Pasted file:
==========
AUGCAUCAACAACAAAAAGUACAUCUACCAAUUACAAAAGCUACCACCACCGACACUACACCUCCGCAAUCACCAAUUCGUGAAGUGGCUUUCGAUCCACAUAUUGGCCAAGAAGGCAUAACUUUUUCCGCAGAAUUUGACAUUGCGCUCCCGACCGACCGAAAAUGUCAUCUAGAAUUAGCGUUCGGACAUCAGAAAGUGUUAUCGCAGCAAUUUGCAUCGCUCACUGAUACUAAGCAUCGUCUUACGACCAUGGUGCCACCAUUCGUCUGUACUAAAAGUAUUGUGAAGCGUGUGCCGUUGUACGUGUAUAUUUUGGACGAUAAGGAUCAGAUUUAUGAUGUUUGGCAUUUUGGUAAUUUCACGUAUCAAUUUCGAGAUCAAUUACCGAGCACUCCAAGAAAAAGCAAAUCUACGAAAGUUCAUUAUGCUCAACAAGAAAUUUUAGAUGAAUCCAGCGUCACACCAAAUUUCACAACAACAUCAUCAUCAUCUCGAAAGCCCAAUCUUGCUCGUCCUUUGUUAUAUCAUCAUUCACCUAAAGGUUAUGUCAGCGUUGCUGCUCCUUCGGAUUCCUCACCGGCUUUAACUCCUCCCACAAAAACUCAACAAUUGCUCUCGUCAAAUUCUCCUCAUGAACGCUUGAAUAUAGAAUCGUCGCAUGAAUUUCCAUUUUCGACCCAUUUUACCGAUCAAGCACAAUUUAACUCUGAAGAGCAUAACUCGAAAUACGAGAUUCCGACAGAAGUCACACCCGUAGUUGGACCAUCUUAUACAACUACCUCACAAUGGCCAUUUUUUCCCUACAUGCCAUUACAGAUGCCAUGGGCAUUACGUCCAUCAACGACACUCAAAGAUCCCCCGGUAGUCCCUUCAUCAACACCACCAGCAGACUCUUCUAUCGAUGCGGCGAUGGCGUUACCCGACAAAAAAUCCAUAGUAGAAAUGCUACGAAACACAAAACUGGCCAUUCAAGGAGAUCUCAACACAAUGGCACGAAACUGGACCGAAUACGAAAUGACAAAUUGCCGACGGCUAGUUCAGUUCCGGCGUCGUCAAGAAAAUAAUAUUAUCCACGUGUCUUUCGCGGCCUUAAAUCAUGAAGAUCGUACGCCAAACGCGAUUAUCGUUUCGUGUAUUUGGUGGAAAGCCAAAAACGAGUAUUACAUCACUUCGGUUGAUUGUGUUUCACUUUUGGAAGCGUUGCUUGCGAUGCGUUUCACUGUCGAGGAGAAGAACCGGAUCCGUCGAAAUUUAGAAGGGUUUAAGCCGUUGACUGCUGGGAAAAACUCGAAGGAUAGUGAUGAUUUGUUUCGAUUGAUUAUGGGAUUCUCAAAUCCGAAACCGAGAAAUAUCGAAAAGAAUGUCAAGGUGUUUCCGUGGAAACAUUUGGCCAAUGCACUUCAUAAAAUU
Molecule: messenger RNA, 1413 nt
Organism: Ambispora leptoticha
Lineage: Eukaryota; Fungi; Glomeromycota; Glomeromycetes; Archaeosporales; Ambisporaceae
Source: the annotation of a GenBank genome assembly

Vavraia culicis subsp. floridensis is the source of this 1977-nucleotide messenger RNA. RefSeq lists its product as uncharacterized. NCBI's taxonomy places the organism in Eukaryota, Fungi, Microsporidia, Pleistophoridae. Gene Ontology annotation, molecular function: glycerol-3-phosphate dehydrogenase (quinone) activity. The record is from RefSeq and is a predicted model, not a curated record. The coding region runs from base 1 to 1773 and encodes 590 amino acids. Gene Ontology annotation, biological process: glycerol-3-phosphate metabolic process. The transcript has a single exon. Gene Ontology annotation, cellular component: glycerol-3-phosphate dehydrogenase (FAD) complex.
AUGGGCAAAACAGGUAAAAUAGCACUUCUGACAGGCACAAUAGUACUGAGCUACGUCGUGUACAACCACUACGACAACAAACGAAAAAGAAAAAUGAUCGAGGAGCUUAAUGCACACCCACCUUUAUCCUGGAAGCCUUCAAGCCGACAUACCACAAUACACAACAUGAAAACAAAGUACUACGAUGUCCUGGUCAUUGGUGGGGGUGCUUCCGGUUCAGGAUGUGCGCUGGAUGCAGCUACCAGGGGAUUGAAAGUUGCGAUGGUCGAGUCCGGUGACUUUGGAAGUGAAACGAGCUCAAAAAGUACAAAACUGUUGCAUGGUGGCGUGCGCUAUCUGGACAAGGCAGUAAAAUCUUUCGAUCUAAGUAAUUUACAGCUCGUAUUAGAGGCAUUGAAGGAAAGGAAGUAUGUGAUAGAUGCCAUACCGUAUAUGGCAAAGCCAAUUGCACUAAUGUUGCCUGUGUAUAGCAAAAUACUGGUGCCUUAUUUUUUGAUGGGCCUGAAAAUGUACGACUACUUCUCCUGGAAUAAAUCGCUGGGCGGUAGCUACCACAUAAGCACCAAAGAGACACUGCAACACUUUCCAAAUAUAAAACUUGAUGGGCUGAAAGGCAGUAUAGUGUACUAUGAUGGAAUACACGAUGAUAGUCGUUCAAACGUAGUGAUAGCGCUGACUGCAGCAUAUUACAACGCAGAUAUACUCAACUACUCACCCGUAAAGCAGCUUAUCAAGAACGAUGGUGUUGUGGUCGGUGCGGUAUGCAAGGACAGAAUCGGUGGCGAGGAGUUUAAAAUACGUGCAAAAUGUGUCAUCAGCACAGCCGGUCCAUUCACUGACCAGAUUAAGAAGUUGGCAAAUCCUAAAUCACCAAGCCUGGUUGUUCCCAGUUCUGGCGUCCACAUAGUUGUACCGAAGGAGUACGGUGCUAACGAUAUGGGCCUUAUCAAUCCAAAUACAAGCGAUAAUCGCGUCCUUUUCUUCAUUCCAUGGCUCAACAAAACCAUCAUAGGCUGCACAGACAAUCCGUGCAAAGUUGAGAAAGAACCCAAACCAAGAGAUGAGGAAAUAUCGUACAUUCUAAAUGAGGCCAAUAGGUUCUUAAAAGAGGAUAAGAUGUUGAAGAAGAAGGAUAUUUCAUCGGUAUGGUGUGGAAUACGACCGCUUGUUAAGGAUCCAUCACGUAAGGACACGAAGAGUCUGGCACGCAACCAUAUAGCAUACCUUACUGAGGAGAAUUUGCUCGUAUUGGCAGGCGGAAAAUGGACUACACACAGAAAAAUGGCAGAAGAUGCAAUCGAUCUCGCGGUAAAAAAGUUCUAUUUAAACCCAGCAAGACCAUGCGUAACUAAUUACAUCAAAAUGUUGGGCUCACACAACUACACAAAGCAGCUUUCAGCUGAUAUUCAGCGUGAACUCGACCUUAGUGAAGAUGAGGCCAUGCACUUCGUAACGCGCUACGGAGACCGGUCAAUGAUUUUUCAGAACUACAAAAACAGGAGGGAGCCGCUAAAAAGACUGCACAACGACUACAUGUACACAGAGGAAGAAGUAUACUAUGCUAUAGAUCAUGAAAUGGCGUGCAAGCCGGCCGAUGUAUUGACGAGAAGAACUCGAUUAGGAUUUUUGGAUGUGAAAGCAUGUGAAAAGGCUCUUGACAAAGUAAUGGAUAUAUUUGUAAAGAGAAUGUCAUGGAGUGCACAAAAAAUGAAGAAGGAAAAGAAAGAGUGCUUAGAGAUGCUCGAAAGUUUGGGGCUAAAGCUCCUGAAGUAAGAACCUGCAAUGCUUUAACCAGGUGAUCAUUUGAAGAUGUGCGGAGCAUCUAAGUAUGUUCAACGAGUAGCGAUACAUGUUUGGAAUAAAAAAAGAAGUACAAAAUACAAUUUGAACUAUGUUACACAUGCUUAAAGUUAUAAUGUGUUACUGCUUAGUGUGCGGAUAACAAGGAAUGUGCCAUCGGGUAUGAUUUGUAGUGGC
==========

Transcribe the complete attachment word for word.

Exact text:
AUGCAUCAACAACAAAAAGUACAUCUACCAAUUACAAAAGCUACCACCACCGACACUACACCUCCGCAAUCACCAAUUCGUGAAGUGGCUUUCGAUCCACAUAUUGGCCAAGAAGGCAUAACUUUUUCCGCAGAAUUUGACAUUGCGCUCCCGACCGACCGAAAAUGUCAUCUAGAAUUAGCGUUCGGACAUCAGAAAGUGUUAUCGCAGCAAUUUGCAUCGCUCACUGAUACUAAGCAUCGUCUUACGACCAUGGUGCCACCAUUCGUCUGUACUAAAAGUAUUGUGAAGCGUGUGCCGUUGUACGUGUAUAUUUUGGACGAUAAGGAUCAGAUUUAUGAUGUUUGGCAUUUUGGUAAUUUCACGUAUCAAUUUCGAGAUCAAUUACCGAGCACUCCAAGAAAAAGCAAAUCUACGAAAGUUCAUUAUGCUCAACAAGAAAUUUUAGAUGAAUCCAGCGUCACACCAAAUUUCACAACAACAUCAUCAUCAUCUCGAAAGCCCAAUCUUGCUCGUCCUUUGUUAUAUCAUCAUUCACCUAAAGGUUAUGUCAGCGUUGCUGCUCCUUCGGAUUCCUCACCGGCUUUAACUCCUCCCACAAAAACUCAACAAUUGCUCUCGUCAAAUUCUCCUCAUGAACGCUUGAAUAUAGAAUCGUCGCAUGAAUUUCCAUUUUCGACCCAUUUUACCGAUCAAGCACAAUUUAACUCUGAAGAGCAUAACUCGAAAUACGAGAUUCCGACAGAAGUCACACCCGUAGUUGGACCAUCUUAUACAACUACCUCACAAUGGCCAUUUUUUCCCUACAUGCCAUUACAGAUGCCAUGGGCAUUACGUCCAUCAACGACACUCAAAGAUCCCCCGGUAGUCCCUUCAUCAACACCACCAGCAGACUCUUCUAUCGAUGCGGCGAUGGCGUUACCCGACAAAAAAUCCAUAGUAGAAAUGCUACGAAACACAAAACUGGCCAUUCAAGGAGAUCUCAACACAAUGGCACGAAACUGGACCGAAUACGAAAUGACAAAUUGCCGACGGCUAGUUCAGUUCCGGCGUCGUCAAGAAAAUAAUAUUAUCCACGUGUCUUUCGCGGCCUUAAAUCAUGAAGAUCGUACGCCAAACGCGAUUAUCGUUUCGUGUAUUUGGUGGAAAGCCAAAAACGAGUAUUACAUCACUUCGGUUGAUUGUGUUUCACUUUUGGAAGCGUUGCUUGCGAUGCGUUUCACUGUCGAGGAGAAGAACCGGAUCCGUCGAAAUUUAGAAGGGUUUAAGCCGUUGACUGCUGGGAAAAACUCGAAGGAUAGUGAUGAUUUGUUUCGAUUGAUUAUGGGAUUCUCAAAUCCGAAACCGAGAAAUAUCGAAAAGAAUGUCAAGGUGUUUCCGUGGAAACAUUUGGCCAAUGCACUUCAUAAAAUU
Molecule: messenger RNA, 1413 nt
Organism: Ambispora leptoticha
Lineage: Eukaryota; Fungi; Glomeromycota; Glomeromycetes; Archaeosporales; Ambisporaceae
Source: the annotation of a GenBank genome assembly

Vavraia culicis subsp. floridensis is the source of this 1977-nucleotide messenger RNA. RefSeq lists its product as uncharacterized. NCBI's taxonomy places the organism in Eukaryota, Fungi, Microsporidia, Pleistophoridae. Gene Ontology annotation, molecular function: glycerol-3-phosphate dehydrogenase (quinone) activity. The record is from RefSeq and is a predicted model, not a curated record. The coding region runs from base 1 to 1773 and encodes 590 amino acids. Gene Ontology annotation, biological process: glycerol-3-phosphate metabolic process. The transcript has a single exon. Gene Ontology annotation, cellular component: glycerol-3-phosphate dehydrogenase (FAD) complex.
AUGGGCAAAACAGGUAAAAUAGCACUUCUGACAGGCACAAUAGUACUGAGCUACGUCGUGUACAACCACUACGACAACAAACGAAAAAGAAAAAUGAUCGAGGAGCUUAAUGCACACCCACCUUUAUCCUGGAAGCCUUCAAGCCGACAUACCACAAUACACAACAUGAAAACAAAGUACUACGAUGUCCUGGUCAUUGGUGGGGGUGCUUCCGGUUCAGGAUGUGCGCUGGAUGCAGCUACCAGGGGAUUGAAAGUUGCGAUGGUCGAGUCCGGUGACUUUGGAAGUGAAACGAGCUCAAAAAGUACAAAACUGUUGCAUGGUGGCGUGCGCUAUCUGGACAAGGCAGUAAAAUCUUUCGAUCUAAGUAAUUUACAGCUCGUAUUAGAGGCAUUGAAGGAAAGGAAGUAUGUGAUAGAUGCCAUACCGUAUAUGGCAAAGCCAAUUGCACUAAUGUUGCCUGUGUAUAGCAAAAUACUGGUGCCUUAUUUUUUGAUGGGCCUGAAAAUGUACGACUACUUCUCCUGGAAUAAAUCGCUGGGCGGUAGCUACCACAUAAGCACCAAAGAGACACUGCAACACUUUCCAAAUAUAAAACUUGAUGGGCUGAAAGGCAGUAUAGUGUACUAUGAUGGAAUACACGAUGAUAGUCGUUCAAACGUAGUGAUAGCGCUGACUGCAGCAUAUUACAACGCAGAUAUACUCAACUACUCACCCGUAAAGCAGCUUAUCAAGAACGAUGGUGUUGUGGUCGGUGCGGUAUGCAAGGACAGAAUCGGUGGCGAGGAGUUUAAAAUACGUGCAAAAUGUGUCAUCAGCACAGCCGGUCCAUUCACUGACCAGAUUAAGAAGUUGGCAAAUCCUAAAUCACCAAGCCUGGUUGUUCCCAGUUCUGGCGUCCACAUAGUUGUACCGAAGGAGUACGGUGCUAACGAUAUGGGCCUUAUCAAUCCAAAUACAAGCGAUAAUCGCGUCCUUUUCUUCAUUCCAUGGCUCAACAAAACCAUCAUAGGCUGCACAGACAAUCCGUGCAAAGUUGAGAAAGAACCCAAACCAAGAGAUGAGGAAAUAUCGUACAUUCUAAAUGAGGCCAAUAGGUUCUUAAAAGAGGAUAAGAUGUUGAAGAAGAAGGAUAUUUCAUCGGUAUGGUGUGGAAUACGACCGCUUGUUAAGGAUCCAUCACGUAAGGACACGAAGAGUCUGGCACGCAACCAUAUAGCAUACCUUACUGAGGAGAAUUUGCUCGUAUUGGCAGGCGGAAAAUGGACUACACACAGAAAAAUGGCAGAAGAUGCAAUCGAUCUCGCGGUAAAAAAGUUCUAUUUAAACCCAGCAAGACCAUGCGUAACUAAUUACAUCAAAAUGUUGGGCUCACACAACUACACAAAGCAGCUUUCAGCUGAUAUUCAGCGUGAACUCGACCUUAGUGAAGAUGAGGCCAUGCACUUCGUAACGCGCUACGGAGACCGGUCAAUGAUUUUUCAGAACUACAAAAACAGGAGGGAGCCGCUAAAAAGACUGCACAACGACUACAUGUACACAGAGGAAGAAGUAUACUAUGCUAUAGAUCAUGAAAUGGCGUGCAAGCCGGCCGAUGUAUUGACGAGAAGAACUCGAUUAGGAUUUUUGGAUGUGAAAGCAUGUGAAAAGGCUCUUGACAAAGUAAUGGAUAUAUUUGUAAAGAGAAUGUCAUGGAGUGCACAAAAAAUGAAGAAGGAAAAGAAAGAGUGCUUAGAGAUGCUCGAAAGUUUGGGGCUAAAGCUCCUGAAGUAAGAACCUGCAAUGCUUUAACCAGGUGAUCAUUUGAAGAUGUGCGGAGCAUCUAAGUAUGUUCAACGAGUAGCGAUACAUGUUUGGAAUAAAAAAAGAAGUACAAAAUACAAUUUGAACUAUGUUACACAUGCUUAAAGUUAUAAUGUGUUACUGCUUAGUGUGCGGAUAACAAGGAAUGUGCCAUCGGGUAUGAUUUGUAGUGGC